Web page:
Decoding Liberalisation of Geospatial Data in India
On February 15th, 2021, the Department of Science and Technology, Government
of India issued a new set of recommendations liberalizing India's Mapping and
Geospatial Data policy by eliminating the previous multi-layered licensing
requirements applicable to private businesses.
What is Geospatial Data?
Geospatial data (also known as spatial data) is used to describe data that
represents features or objects on the Earth's surface. Whether it's man-made
or natural, if it has to do with a specific location on the globe, then it's
geospatial. Under the 2021 Guidelines, 'Geospatial data' is defined to mean
'positional data with or without attribute data tagged, whether in the form of
images, videos, vector, voxel and/or raster datasets or any other type of
geospatial dataset in digitized or non-digitized form or web-services'. 'Map'
is defined as symbolic representation of real-world objects, regions, or themes
on paper or as a web-map-service.
Position Before 2021 Guidelines
Before the 2021 Guidelines, geospatial data and maps were governed by a number
of rules, notices, and official memoranda issued by the Survey of India (SOI),
the Ministry of Finance (MoF), and the Ministry of Defence (MoD). A
Geospatial Information Regulation Bill was proposed in Parliament in 2016. The
2016 Bill had made obtaining authorization from the government prior to
acquiring, disseminating, publishing, or distributing any geographical
Prior to the 2021 Guidelines, most firms in India engaging in the collecting,
processing, and dissemination of geospatial data faced a number of limitations.
Previously, firms like Amazon, Swiggy, Zomato, Uber, Ola, and Flipkart required
government clearance to process geolocation data.
How can we use Geospatial Data?
Location information is an essential component of the digital ecosystem and is
crucial for unlocking the economic, social, and environmental potential for the
country's long-term growth and development. It is essential to the success of
modern industries that provide location-based services such as e-commerce,
delivery and logistics, and urban transportation. It is also necessary for more
conventional economic sectors such as agriculture, building and development, and
mining and minerals.
Geospatial data is fundamental and will be essential in all aspects of planning,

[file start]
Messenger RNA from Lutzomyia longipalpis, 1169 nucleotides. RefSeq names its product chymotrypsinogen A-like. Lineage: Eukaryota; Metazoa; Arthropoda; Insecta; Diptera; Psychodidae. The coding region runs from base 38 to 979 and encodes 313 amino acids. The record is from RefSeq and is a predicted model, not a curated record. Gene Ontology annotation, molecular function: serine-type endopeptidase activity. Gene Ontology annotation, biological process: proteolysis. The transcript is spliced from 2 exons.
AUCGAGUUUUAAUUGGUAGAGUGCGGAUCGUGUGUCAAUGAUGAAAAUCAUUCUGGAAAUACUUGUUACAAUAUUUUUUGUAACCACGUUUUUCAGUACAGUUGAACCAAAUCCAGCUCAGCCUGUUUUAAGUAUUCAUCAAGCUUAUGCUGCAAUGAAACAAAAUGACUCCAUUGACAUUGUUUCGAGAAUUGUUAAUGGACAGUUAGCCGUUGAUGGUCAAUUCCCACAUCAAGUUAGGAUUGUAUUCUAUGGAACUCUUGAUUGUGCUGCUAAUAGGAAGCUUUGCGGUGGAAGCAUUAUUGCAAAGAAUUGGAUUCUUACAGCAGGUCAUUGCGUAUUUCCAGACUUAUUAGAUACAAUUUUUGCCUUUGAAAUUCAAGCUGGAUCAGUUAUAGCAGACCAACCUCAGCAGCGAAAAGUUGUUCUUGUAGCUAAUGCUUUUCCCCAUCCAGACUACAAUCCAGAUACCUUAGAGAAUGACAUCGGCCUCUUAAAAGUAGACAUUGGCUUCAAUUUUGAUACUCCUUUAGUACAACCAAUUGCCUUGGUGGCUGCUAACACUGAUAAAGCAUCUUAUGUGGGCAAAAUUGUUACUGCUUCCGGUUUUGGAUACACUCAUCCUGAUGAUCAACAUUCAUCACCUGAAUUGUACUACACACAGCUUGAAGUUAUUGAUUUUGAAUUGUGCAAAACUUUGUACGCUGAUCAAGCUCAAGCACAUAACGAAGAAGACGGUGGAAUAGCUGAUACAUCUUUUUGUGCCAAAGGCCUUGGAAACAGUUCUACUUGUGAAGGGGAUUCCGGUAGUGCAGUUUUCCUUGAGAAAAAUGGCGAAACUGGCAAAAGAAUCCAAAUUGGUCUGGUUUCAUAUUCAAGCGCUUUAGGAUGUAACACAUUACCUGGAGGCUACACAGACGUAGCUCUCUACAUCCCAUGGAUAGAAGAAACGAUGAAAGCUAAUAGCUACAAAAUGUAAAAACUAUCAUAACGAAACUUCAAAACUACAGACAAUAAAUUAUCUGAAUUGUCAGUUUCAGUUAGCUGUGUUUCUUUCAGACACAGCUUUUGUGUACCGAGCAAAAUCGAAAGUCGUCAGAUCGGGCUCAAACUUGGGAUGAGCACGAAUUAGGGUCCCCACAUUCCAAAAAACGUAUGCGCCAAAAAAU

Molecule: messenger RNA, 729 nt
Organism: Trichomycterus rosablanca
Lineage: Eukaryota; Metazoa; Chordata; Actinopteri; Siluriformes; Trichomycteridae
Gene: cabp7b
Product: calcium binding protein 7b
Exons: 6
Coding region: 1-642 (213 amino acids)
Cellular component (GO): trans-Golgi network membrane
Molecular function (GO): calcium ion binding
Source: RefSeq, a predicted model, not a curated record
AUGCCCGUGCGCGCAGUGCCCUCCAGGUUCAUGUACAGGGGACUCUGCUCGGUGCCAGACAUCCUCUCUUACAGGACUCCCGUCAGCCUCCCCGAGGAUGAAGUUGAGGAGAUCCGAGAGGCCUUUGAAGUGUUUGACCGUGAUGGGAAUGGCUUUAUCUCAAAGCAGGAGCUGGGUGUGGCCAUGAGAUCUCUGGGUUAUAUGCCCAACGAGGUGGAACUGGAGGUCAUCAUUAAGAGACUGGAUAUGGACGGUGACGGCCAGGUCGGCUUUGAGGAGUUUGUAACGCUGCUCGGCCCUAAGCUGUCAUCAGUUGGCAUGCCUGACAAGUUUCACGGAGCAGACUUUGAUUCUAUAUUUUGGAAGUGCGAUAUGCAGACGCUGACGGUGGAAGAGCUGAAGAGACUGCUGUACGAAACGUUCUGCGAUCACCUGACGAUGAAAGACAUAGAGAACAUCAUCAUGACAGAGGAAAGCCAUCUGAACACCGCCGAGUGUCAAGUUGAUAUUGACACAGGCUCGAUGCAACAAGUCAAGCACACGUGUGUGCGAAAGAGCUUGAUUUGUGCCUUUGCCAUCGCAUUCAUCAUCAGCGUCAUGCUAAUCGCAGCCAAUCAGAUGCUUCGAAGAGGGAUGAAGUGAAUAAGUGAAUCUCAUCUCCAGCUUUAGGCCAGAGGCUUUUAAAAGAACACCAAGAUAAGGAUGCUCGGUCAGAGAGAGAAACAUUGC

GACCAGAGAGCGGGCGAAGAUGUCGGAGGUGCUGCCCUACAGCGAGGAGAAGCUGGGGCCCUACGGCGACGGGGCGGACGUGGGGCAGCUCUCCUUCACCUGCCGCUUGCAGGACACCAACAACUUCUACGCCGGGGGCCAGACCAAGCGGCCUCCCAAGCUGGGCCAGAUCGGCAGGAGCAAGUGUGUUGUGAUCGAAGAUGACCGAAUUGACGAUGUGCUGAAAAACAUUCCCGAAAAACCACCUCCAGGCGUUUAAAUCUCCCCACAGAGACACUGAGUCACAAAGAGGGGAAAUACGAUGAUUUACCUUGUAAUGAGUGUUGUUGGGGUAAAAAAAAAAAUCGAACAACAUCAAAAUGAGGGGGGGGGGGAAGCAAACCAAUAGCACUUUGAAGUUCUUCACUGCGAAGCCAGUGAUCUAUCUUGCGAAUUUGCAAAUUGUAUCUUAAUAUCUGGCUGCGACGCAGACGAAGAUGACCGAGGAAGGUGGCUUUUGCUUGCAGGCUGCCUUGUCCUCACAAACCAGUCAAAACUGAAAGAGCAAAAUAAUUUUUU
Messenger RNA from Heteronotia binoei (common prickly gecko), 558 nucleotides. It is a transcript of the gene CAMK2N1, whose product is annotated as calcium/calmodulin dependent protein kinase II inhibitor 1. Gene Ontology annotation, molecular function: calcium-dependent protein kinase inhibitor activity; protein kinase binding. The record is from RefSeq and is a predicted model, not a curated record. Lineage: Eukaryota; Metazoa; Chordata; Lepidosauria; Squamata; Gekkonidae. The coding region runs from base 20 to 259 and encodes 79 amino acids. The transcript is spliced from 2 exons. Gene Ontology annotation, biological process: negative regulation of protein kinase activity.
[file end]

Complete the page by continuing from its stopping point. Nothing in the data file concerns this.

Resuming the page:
governance, services, infrastructure, and applications. This mapping data will
be useful for private firms that are looking for maps and data that are unique
and customizable to their needs. Local distribution of products and services,
for example, needs extremely detailed specifics of a neighborhood inside a town.
This, in turn, may pave the way for future smart city initiatives.
The availability of data and sophisticated mapping technology to Indian
enterprises are also critical to reaching Atmanirbhar Bharat, India's strategic
goal, and the vision of a five trillion-dollar economy. India is currently
reliant on foreign resources for mapping technology and services.
The Government of India recognizes that the availability of comprehensive,
highly accurate, granular, and constantly updated representations of Geospatial
Data will significantly benefit diverse sectors of the economy, boost innovation
in the country, and greatly improve the country's preparedness for emergency
Salient features of the 2021 Guidelines
According to the 2021 Guidelines, no prior approval, security clearance, or
license is required for the gathering, creation, preparation, distribution,
storage, publication, updating, and/or digitalization of geospatial data and
maps inside India's boundaries.
Everyone is allowed to process and construct or develop apps and solutions for
their business models using accessible geographical data. Foreign firms are
permitted to lease digital maps and/or geospatial data from Indian entities,
subject to certain limitations, and the export of obtained geospatial data is
However, The Guidelines do classify Geospatial Data on the basis of certain
threshold values for accuracy and any finer accuracy than the specified
threshold for maps and data can be created and owned only by Indian entities.
This could have been incorporated keeping in mind the security threats that
Unlike the preceding 2016 Bill, which envisioned a rigorous licensing framework,
the 2021 Guidelines require businesses to 'self-certify' their
compliance. But, the Guidelines are unclear on whether such certifications would
be monitored or reviewed by any government body. The 2021 Guidelines further
state that any geospatial data generated with public money must be made
available for research and development.
The liberalization of the mapping business and the democratization of existing
datasets would stimulate local innovation and allow Indian enterprises to
participate in the global mapping ecosystem by using current geospatial
technology. Locally accessible and relevant Maps and Geospatial Data will also
aid in better resource planning and management, as well as better serving the
unique requirements of the Indian populace.
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